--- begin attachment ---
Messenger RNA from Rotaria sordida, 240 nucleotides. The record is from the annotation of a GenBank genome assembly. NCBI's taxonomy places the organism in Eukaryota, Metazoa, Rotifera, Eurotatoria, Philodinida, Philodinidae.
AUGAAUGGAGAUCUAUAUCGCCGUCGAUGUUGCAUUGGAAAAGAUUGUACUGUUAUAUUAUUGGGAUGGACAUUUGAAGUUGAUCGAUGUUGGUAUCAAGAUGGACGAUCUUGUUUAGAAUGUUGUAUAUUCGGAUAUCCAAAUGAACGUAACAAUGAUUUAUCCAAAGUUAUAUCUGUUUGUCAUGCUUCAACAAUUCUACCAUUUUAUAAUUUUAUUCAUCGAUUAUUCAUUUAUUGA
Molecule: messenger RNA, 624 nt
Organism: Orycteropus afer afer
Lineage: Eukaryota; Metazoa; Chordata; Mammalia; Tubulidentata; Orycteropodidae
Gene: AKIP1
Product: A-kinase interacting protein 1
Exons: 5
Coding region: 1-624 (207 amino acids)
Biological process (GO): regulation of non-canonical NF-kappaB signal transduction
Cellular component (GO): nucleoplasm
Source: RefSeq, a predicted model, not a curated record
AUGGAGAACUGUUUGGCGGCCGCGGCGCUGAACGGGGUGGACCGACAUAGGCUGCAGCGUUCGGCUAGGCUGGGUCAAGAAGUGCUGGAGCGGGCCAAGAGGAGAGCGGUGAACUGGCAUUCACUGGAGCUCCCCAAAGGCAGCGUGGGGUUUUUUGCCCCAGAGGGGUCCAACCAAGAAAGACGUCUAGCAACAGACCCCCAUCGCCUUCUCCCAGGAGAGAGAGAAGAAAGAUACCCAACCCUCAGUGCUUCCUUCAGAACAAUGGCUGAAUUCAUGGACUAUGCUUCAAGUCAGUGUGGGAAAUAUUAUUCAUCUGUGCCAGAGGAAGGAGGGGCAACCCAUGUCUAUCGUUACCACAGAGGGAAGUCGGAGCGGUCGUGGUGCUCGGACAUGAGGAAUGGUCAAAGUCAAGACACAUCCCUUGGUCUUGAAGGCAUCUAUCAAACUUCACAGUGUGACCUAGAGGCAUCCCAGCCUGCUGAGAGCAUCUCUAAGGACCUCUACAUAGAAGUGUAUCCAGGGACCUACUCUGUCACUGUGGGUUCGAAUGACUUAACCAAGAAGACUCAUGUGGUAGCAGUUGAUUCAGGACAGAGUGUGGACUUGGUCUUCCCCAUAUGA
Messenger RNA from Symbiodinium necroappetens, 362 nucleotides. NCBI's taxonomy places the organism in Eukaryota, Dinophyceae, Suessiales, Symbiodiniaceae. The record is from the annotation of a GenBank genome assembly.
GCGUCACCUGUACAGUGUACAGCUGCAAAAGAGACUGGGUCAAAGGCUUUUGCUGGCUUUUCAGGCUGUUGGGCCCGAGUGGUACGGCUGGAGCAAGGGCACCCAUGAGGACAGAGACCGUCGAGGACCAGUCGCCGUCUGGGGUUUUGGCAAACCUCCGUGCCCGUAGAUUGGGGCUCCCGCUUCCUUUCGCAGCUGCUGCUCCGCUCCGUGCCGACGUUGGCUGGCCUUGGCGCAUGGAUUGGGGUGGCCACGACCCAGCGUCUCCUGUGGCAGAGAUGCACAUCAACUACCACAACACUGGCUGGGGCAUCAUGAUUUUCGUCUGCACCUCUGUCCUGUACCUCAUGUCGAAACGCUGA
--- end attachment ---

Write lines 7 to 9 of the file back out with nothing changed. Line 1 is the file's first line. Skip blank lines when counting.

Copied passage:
Product: A-kinase interacting protein 1
Exons: 5
Coding region: 1-624 (207 amino acids)